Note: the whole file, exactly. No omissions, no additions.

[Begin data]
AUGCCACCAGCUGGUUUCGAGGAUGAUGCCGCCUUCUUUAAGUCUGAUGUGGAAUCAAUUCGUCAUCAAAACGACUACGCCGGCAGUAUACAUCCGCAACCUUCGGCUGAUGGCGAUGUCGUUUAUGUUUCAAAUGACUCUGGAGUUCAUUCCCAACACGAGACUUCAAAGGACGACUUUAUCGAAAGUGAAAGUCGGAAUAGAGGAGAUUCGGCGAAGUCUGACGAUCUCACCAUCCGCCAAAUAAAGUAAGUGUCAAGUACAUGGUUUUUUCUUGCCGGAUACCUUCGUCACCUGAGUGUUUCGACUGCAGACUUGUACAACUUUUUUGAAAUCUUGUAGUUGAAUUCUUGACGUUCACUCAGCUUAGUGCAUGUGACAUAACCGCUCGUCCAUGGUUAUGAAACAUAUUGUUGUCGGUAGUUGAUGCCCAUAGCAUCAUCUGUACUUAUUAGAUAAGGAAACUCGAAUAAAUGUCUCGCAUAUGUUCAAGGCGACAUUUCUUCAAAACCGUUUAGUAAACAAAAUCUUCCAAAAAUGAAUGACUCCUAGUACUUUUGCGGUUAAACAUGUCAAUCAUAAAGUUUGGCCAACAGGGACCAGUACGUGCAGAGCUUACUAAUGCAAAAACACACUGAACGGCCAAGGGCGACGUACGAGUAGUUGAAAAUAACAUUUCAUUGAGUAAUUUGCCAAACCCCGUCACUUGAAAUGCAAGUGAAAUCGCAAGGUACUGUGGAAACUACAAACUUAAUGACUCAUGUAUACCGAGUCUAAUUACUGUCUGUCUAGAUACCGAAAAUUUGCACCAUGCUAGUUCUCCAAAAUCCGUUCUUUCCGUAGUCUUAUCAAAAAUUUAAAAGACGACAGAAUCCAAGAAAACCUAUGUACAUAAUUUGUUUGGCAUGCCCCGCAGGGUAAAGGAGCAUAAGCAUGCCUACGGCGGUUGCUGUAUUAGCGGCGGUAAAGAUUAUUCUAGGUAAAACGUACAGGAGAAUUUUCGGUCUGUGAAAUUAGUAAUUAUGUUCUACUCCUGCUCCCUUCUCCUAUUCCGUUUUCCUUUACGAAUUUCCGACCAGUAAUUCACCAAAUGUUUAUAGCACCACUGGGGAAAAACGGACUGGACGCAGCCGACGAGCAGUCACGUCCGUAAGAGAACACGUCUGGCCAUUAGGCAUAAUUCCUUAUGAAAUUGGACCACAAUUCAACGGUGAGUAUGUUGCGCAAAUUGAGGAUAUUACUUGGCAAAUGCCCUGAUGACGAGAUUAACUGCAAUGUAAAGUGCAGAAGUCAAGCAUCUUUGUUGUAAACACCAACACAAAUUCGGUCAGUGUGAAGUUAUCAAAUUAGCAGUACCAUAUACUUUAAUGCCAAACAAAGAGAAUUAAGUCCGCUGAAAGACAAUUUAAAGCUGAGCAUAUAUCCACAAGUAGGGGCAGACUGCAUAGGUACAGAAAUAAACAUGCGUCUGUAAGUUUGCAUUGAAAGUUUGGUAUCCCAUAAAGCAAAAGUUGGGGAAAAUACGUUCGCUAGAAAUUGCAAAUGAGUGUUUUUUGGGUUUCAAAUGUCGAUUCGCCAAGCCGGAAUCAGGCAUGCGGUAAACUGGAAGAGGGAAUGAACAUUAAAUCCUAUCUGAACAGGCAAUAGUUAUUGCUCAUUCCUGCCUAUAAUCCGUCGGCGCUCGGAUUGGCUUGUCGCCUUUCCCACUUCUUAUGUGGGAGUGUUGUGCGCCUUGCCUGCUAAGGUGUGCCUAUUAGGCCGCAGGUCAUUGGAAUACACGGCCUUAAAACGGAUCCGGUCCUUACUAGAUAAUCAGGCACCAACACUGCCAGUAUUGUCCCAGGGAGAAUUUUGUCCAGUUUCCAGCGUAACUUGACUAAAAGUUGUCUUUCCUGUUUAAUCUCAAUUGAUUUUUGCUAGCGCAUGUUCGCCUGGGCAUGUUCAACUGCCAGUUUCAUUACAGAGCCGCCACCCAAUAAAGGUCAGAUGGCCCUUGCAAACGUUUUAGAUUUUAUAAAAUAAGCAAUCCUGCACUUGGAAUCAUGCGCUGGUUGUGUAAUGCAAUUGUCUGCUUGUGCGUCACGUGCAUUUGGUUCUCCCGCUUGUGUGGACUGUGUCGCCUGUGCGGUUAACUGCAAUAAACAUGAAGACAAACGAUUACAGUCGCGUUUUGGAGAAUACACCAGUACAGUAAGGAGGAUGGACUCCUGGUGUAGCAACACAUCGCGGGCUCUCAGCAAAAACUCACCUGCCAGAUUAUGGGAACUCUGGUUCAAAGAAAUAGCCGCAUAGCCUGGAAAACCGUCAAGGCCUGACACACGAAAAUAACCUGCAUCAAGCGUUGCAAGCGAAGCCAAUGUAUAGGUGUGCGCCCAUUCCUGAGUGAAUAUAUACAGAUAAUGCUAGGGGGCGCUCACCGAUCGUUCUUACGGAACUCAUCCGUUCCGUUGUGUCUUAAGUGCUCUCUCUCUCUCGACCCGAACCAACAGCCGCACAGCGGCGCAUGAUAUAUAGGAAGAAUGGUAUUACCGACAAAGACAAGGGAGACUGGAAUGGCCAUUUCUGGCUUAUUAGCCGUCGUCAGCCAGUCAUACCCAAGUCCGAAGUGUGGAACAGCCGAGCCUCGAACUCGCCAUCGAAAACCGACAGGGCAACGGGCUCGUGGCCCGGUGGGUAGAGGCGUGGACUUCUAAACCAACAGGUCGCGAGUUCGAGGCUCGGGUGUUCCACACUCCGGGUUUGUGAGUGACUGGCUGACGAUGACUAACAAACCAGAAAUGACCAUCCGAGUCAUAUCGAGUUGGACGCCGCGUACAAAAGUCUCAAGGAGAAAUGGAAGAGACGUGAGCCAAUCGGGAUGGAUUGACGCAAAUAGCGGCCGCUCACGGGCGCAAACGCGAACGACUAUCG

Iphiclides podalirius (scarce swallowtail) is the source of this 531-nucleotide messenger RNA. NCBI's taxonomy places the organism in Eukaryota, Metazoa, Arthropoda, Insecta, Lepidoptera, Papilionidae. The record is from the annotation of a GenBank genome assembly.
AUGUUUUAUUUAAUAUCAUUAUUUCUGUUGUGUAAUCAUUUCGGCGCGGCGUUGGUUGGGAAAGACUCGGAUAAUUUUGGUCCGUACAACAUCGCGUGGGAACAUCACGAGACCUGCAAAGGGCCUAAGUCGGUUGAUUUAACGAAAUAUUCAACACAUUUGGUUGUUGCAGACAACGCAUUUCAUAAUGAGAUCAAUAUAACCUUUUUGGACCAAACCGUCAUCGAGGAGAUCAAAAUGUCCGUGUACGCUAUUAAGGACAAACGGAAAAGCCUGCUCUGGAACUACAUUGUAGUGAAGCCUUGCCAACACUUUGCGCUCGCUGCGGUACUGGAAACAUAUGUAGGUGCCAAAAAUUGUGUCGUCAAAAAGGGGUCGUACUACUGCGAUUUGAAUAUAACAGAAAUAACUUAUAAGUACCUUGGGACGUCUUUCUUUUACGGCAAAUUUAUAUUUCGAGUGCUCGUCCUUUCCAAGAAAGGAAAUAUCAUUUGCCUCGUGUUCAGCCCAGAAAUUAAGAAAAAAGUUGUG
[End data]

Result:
AUGCCACCAGCUGGUUUCGAGGAUGAUGCCGCCUUCUUUAAGUCUGAUGUGGAAUCAAUUCGUCAUCAAAACGACUACGCCGGCAGUAUACAUCCGCAACCUUCGGCUGAUGGCGAUGUCGUUUAUGUUUCAAAUGACUCUGGAGUUCAUUCCCAACACGAGACUUCAAAGGACGACUUUAUCGAAAGUGAAAGUCGGAAUAGAGGAGAUUCGGCGAAGUCUGACGAUCUCACCAUCCGCCAAAUAAAGUAAGUGUCAAGUACAUGGUUUUUUCUUGCCGGAUACCUUCGUCACCUGAGUGUUUCGACUGCAGACUUGUACAACUUUUUUGAAAUCUUGUAGUUGAAUUCUUGACGUUCACUCAGCUUAGUGCAUGUGACAUAACCGCUCGUCCAUGGUUAUGAAACAUAUUGUUGUCGGUAGUUGAUGCCCAUAGCAUCAUCUGUACUUAUUAGAUAAGGAAACUCGAAUAAAUGUCUCGCAUAUGUUCAAGGCGACAUUUCUUCAAAACCGUUUAGUAAACAAAAUCUUCCAAAAAUGAAUGACUCCUAGUACUUUUGCGGUUAAACAUGUCAAUCAUAAAGUUUGGCCAACAGGGACCAGUACGUGCAGAGCUUACUAAUGCAAAAACACACUGAACGGCCAAGGGCGACGUACGAGUAGUUGAAAAUAACAUUUCAUUGAGUAAUUUGCCAAACCCCGUCACUUGAAAUGCAAGUGAAAUCGCAAGGUACUGUGGAAACUACAAACUUAAUGACUCAUGUAUACCGAGUCUAAUUACUGUCUGUCUAGAUACCGAAAAUUUGCACCAUGCUAGUUCUCCAAAAUCCGUUCUUUCCGUAGUCUUAUCAAAAAUUUAAAAGACGACAGAAUCCAAGAAAACCUAUGUACAUAAUUUGUUUGGCAUGCCCCGCAGGGUAAAGGAGCAUAAGCAUGCCUACGGCGGUUGCUGUAUUAGCGGCGGUAAAGAUUAUUCUAGGUAAAACGUACAGGAGAAUUUUCGGUCUGUGAAAUUAGUAAUUAUGUUCUACUCCUGCUCCCUUCUCCUAUUCCGUUUUCCUUUACGAAUUUCCGACCAGUAAUUCACCAAAUGUUUAUAGCACCACUGGGGAAAAACGGACUGGACGCAGCCGACGAGCAGUCACGUCCGUAAGAGAACACGUCUGGCCAUUAGGCAUAAUUCCUUAUGAAAUUGGACCACAAUUCAACGGUGAGUAUGUUGCGCAAAUUGAGGAUAUUACUUGGCAAAUGCCCUGAUGACGAGAUUAACUGCAAUGUAAAGUGCAGAAGUCAAGCAUCUUUGUUGUAAACACCAACACAAAUUCGGUCAGUGUGAAGUUAUCAAAUUAGCAGUACCAUAUACUUUAAUGCCAAACAAAGAGAAUUAAGUCCGCUGAAAGACAAUUUAAAGCUGAGCAUAUAUCCACAAGUAGGGGCAGACUGCAUAGGUACAGAAAUAAACAUGCGUCUGUAAGUUUGCAUUGAAAGUUUGGUAUCCCAUAAAGCAAAAGUUGGGGAAAAUACGUUCGCUAGAAAUUGCAAAUGAGUGUUUUUUGGGUUUCAAAUGUCGAUUCGCCAAGCCGGAAUCAGGCAUGCGGUAAACUGGAAGAGGGAAUGAACAUUAAAUCCUAUCUGAACAGGCAAUAGUUAUUGCUCAUUCCUGCCUAUAAUCCGUCGGCGCUCGGAUUGGCUUGUCGCCUUUCCCACUUCUUAUGUGGGAGUGUUGUGCGCCUUGCCUGCUAAGGUGUGCCUAUUAGGCCGCAGGUCAUUGGAAUACACGGCCUUAAAACGGAUCCGGUCCUUACUAGAUAAUCAGGCACCAACACUGCCAGUAUUGUCCCAGGGAGAAUUUUGUCCAGUUUCCAGCGUAACUUGACUAAAAGUUGUCUUUCCUGUUUAAUCUCAAUUGAUUUUUGCUAGCGCAUGUUCGCCUGGGCAUGUUCAACUGCCAGUUUCAUUACAGAGCCGCCACCCAAUAAAGGUCAGAUGGCCCUUGCAAACGUUUUAGAUUUUAUAAAAUAAGCAAUCCUGCACUUGGAAUCAUGCGCUGGUUGUGUAAUGCAAUUGUCUGCUUGUGCGUCACGUGCAUUUGGUUCUCCCGCUUGUGUGGACUGUGUCGCCUGUGCGGUUAACUGCAAUAAACAUGAAGACAAACGAUUACAGUCGCGUUUUGGAGAAUACACCAGUACAGUAAGGAGGAUGGACUCCUGGUGUAGCAACACAUCGCGGGCUCUCAGCAAAAACUCACCUGCCAGAUUAUGGGAACUCUGGUUCAAAGAAAUAGCCGCAUAGCCUGGAAAACCGUCAAGGCCUGACACACGAAAAUAACCUGCAUCAAGCGUUGCAAGCGAAGCCAAUGUAUAGGUGUGCGCCCAUUCCUGAGUGAAUAUAUACAGAUAAUGCUAGGGGGCGCUCACCGAUCGUUCUUACGGAACUCAUCCGUUCCGUUGUGUCUUAAGUGCUCUCUCUCUCUCGACCCGAACCAACAGCCGCACAGCGGCGCAUGAUAUAUAGGAAGAAUGGUAUUACCGACAAAGACAAGGGAGACUGGAAUGGCCAUUUCUGGCUUAUUAGCCGUCGUCAGCCAGUCAUACCCAAGUCCGAAGUGUGGAACAGCCGAGCCUCGAACUCGCCAUCGAAAACCGACAGGGCAACGGGCUCGUGGCCCGGUGGGUAGAGGCGUGGACUUCUAAACCAACAGGUCGCGAGUUCGAGGCUCGGGUGUUCCACACUCCGGGUUUGUGAGUGACUGGCUGACGAUGACUAACAAACCAGAAAUGACCAUCCGAGUCAUAUCGAGUUGGACGCCGCGUACAAAAGUCUCAAGGAGAAAUGGAAGAGACGUGAGCCAAUCGGGAUGGAUUGACGCAAAUAGCGGCCGCUCACGGGCGCAAACGCGAACGACUAUCG

Iphiclides podalirius (scarce swallowtail) is the source of this 531-nucleotide messenger RNA. NCBI's taxonomy places the organism in Eukaryota, Metazoa, Arthropoda, Insecta, Lepidoptera, Papilionidae. The record is from the annotation of a GenBank genome assembly.
AUGUUUUAUUUAAUAUCAUUAUUUCUGUUGUGUAAUCAUUUCGGCGCGGCGUUGGUUGGGAAAGACUCGGAUAAUUUUGGUCCGUACAACAUCGCGUGGGAACAUCACGAGACCUGCAAAGGGCCUAAGUCGGUUGAUUUAACGAAAUAUUCAACACAUUUGGUUGUUGCAGACAACGCAUUUCAUAAUGAGAUCAAUAUAACCUUUUUGGACCAAACCGUCAUCGAGGAGAUCAAAAUGUCCGUGUACGCUAUUAAGGACAAACGGAAAAGCCUGCUCUGGAACUACAUUGUAGUGAAGCCUUGCCAACACUUUGCGCUCGCUGCGGUACUGGAAACAUAUGUAGGUGCCAAAAAUUGUGUCGUCAAAAAGGGGUCGUACUACUGCGAUUUGAAUAUAACAGAAAUAACUUAUAAGUACCUUGGGACGUCUUUCUUUUACGGCAAAUUUAUAUUUCGAGUGCUCGUCCUUUCCAAGAAAGGAAAUAUCAUUUGCCUCGUGUUCAGCCCAGAAAUUAAGAAAAAAGUUGUG